The introduction of the ballet into England was as late as 1734, when the French dancers, Mlle. Sallé, the rival of Mlle. Camargo, and Mlle. de Subligny made a great success at Covent Garden in "Ariadne and Galatea," and Mlle. Salle danced in her own choregraphic invention of "Pygmalion," since which time it has been popular in England, when those of the first class can be obtained. There are, however, some interesting and romantic circumstances connected with the ballet in London in the last century, which it will not be out of place to record here. Amongst the dancers of the last century of considerable celebrity were two already mentioned, Mlles. Duvernay (fig. 62) and Taglioni (fig. 64), whose names are recorded in the classic verse of "Ingoldsby."
Mlle. Duvernay was a Parisian, and commenced her study under Barrez, but subsequently was under Vestris and Taglioni, the father of the celebrity mentioned in the verse.
Duran hangs over the mantelpiece of the refectory of the presbytery.
Having made a great Parisian reputation, she came to London in 1833, and from that date until 1837 held the town, when she married Mr. Stephens Lyne Stephens, M.P., a gentleman of considerable wealth, but was left a childless widow in 1861, and retired to her estate at Lyneford Hall, Norfolk, living in retirement and spending her time in good works. She is said to have spent £100,000 in charities and churches, and that at Cambridge, dedicated to the English martyrs, was founded, completed, and endowed by her. She led a blameless and worthy life, and died in 1894. Her portrait by Mlle. Taglioni (fig. 64), her co-celebrity, married Count Gilbert de Voisins, a French nobleman, in 1847, and with her marriage came an ample fortune; unfortunately the bulk of this fortune was lost in the Franco-German war. With the courage of her character the Countess returned to London and gave lessons in dancing, etc., in which she was sufficiently successful to obtain a fair living. She died in 1884 at 80 years of age. Of the other celebrities of the period--Carlotta Grisi, Ferraris (fig. 65), and Fanny Ellsler (fig. 63)--some illustrations are given; besides these were Fanny Cerito, Lucile Grahn, a Dane, and some others of lesser notoriety performing in London at this great period of the ballet.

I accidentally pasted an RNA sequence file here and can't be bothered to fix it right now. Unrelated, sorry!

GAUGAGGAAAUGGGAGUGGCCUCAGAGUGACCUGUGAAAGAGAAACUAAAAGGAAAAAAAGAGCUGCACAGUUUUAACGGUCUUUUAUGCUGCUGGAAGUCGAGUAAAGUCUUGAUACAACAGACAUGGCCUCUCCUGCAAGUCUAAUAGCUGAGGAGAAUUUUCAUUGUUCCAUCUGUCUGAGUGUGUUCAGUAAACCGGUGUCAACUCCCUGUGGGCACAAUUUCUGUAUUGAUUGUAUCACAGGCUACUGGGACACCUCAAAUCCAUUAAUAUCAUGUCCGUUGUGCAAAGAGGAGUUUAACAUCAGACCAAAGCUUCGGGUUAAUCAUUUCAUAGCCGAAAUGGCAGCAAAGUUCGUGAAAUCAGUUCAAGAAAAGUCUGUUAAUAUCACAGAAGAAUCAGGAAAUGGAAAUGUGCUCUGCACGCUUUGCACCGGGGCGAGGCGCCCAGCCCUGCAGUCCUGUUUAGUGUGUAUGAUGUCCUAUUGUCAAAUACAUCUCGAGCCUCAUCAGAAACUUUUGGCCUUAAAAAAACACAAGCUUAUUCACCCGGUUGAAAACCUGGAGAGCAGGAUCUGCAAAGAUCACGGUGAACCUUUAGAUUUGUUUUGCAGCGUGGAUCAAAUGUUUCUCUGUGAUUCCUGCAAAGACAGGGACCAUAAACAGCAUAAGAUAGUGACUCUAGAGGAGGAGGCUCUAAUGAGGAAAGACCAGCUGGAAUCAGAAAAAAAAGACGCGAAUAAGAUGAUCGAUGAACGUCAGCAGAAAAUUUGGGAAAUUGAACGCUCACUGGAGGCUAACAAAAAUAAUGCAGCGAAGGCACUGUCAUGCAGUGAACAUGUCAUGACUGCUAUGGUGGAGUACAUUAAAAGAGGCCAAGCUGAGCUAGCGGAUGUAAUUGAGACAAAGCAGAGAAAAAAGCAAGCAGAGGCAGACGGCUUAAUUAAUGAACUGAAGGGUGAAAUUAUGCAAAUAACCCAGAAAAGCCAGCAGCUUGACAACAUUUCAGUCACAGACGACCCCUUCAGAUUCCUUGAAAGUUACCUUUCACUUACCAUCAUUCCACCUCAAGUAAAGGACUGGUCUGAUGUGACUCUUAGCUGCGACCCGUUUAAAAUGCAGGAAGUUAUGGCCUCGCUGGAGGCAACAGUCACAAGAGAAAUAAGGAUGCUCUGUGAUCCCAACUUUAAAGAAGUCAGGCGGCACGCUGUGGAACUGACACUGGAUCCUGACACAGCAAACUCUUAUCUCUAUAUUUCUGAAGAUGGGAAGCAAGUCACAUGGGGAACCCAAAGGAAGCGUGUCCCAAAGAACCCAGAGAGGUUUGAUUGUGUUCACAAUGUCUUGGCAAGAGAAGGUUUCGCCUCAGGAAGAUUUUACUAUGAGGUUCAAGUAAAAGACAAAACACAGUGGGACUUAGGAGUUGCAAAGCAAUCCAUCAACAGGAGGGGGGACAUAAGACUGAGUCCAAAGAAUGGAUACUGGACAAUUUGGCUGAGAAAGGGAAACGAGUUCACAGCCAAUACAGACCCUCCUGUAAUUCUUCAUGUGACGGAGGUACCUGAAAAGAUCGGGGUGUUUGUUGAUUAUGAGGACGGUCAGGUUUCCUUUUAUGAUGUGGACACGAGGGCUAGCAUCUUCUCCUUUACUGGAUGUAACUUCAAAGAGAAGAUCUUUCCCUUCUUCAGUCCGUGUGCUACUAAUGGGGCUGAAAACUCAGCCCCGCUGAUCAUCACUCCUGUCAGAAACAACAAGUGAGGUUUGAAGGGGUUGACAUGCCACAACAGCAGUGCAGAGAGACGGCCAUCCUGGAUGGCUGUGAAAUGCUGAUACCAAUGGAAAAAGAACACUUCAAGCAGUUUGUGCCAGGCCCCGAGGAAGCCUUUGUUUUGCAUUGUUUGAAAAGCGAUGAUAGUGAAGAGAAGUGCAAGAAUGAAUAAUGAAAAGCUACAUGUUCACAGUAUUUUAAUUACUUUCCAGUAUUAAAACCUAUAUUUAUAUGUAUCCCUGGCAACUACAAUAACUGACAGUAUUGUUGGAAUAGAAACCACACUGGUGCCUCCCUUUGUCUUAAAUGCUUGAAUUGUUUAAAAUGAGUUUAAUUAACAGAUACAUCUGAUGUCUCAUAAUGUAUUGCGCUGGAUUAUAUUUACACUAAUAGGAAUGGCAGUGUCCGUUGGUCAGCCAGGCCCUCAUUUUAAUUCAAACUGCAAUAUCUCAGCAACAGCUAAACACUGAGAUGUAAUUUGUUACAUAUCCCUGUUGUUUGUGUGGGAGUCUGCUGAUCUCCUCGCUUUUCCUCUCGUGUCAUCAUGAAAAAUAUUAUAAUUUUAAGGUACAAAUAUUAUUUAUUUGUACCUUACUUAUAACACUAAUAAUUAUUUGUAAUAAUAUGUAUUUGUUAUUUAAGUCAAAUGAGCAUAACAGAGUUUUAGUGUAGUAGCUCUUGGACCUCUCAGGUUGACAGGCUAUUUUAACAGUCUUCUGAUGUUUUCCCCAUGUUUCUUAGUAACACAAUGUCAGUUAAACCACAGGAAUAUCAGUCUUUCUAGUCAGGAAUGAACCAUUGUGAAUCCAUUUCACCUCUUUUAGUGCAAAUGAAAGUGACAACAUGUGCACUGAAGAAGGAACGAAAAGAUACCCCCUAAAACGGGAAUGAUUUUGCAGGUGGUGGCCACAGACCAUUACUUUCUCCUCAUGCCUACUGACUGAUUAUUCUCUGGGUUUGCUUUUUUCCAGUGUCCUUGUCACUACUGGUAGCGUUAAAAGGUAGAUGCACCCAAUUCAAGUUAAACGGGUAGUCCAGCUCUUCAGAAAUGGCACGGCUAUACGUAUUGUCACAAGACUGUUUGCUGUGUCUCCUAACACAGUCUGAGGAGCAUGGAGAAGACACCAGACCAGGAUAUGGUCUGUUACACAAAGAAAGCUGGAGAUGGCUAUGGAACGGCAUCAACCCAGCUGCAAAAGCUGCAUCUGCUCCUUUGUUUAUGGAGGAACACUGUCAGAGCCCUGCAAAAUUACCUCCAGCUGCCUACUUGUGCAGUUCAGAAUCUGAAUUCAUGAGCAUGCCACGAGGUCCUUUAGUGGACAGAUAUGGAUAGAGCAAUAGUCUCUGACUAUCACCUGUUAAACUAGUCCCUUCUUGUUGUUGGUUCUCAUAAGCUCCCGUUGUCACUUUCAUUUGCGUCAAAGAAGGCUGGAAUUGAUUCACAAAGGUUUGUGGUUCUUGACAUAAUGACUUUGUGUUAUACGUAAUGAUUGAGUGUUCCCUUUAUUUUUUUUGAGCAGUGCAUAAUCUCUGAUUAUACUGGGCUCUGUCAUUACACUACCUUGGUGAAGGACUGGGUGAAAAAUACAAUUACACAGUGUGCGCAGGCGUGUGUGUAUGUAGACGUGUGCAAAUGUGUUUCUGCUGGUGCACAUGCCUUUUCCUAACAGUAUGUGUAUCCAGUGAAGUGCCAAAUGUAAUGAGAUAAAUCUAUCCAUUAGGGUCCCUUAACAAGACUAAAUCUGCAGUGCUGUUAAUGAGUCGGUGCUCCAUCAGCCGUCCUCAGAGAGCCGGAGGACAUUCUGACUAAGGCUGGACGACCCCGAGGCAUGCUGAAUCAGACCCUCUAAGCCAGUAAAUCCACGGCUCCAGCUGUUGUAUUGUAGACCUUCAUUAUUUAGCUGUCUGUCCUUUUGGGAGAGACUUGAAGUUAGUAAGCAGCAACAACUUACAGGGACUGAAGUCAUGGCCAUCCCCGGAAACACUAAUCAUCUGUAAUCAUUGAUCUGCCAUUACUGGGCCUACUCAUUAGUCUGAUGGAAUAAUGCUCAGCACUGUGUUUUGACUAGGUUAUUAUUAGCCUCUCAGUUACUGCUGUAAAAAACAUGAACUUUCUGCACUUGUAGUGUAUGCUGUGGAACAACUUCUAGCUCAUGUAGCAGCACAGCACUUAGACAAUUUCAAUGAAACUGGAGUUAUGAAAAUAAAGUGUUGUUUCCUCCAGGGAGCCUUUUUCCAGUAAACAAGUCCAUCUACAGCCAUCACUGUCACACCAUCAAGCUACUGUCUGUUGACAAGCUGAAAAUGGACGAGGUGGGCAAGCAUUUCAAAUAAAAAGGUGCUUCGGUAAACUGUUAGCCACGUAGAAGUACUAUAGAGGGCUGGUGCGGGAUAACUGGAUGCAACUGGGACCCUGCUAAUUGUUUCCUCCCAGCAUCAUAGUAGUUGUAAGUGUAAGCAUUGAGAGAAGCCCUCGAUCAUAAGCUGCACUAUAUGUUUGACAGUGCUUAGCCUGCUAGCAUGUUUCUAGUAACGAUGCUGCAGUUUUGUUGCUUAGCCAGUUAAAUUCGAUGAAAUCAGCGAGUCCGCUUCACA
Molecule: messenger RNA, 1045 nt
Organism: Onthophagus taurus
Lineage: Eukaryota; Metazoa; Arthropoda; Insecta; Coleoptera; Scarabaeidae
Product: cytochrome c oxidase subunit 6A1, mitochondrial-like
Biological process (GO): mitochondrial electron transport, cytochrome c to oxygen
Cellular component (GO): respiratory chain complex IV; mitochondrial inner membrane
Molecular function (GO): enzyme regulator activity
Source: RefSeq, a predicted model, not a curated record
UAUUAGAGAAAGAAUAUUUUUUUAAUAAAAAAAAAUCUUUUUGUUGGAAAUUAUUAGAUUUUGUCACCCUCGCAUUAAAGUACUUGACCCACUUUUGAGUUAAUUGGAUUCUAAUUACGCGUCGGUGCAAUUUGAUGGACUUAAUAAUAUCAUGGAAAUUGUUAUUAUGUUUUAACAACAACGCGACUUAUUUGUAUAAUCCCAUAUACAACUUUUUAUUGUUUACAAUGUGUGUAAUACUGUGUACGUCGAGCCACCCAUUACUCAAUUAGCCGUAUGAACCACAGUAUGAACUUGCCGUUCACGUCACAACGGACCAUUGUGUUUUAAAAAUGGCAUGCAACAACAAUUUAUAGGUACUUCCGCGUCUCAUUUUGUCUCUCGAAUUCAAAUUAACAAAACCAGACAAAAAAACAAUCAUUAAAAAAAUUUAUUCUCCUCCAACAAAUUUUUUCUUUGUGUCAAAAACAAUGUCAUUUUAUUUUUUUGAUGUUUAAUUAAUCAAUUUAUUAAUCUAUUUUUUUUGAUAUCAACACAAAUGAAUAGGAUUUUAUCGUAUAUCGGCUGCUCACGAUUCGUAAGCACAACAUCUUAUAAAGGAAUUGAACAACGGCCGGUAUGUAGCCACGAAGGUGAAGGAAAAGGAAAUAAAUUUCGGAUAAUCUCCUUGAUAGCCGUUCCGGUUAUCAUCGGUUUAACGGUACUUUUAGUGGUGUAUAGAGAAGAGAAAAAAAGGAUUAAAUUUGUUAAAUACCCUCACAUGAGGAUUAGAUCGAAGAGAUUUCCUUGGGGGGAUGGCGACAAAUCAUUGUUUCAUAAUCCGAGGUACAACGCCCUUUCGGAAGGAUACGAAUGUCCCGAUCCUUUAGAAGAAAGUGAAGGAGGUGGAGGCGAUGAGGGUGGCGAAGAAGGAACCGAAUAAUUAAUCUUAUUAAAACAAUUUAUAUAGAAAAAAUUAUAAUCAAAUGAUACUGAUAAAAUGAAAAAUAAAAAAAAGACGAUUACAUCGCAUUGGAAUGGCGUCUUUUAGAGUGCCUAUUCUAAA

The recent encouragement of the classic ballet has introduced us to some exquisite dancers: amongst these are Mlle. Adeline Genée (fig. 66) and Mlle. Anna Pavlova (fig. 67); the latter, with M. Mordkin and a corps of splendid dancers, are from Russia, from whence also comes the important troupe now at the Alhambra with Mlle. Geltzer and other excellent dancers. The celebrated company at Covent Garden, and Lydia Kyasht at the Empire, are also Russian. It is not surprising that we get excellent dancing from Russia; the school The recent encouragement of the classic ballet has introduced us to some exquisite dancers: amongst these are Mlle. Adeline Genée (fig. 66) and Mlle. Anna Pavlova (fig. 67); the latter, with M. Mordkin and a corps of splendid dancers, are from Russia, from whence also comes the important troupe now at the Alhambra with Mlle. Geltzer and other excellent dancers. The celebrated company at Covent Garden, and Lydia Kyasht at the Empire, are also Russian. It is not surprising that we get excellent dancing from Russia; the school formed by Peter the Great about 1698 has been under State patronage ever since.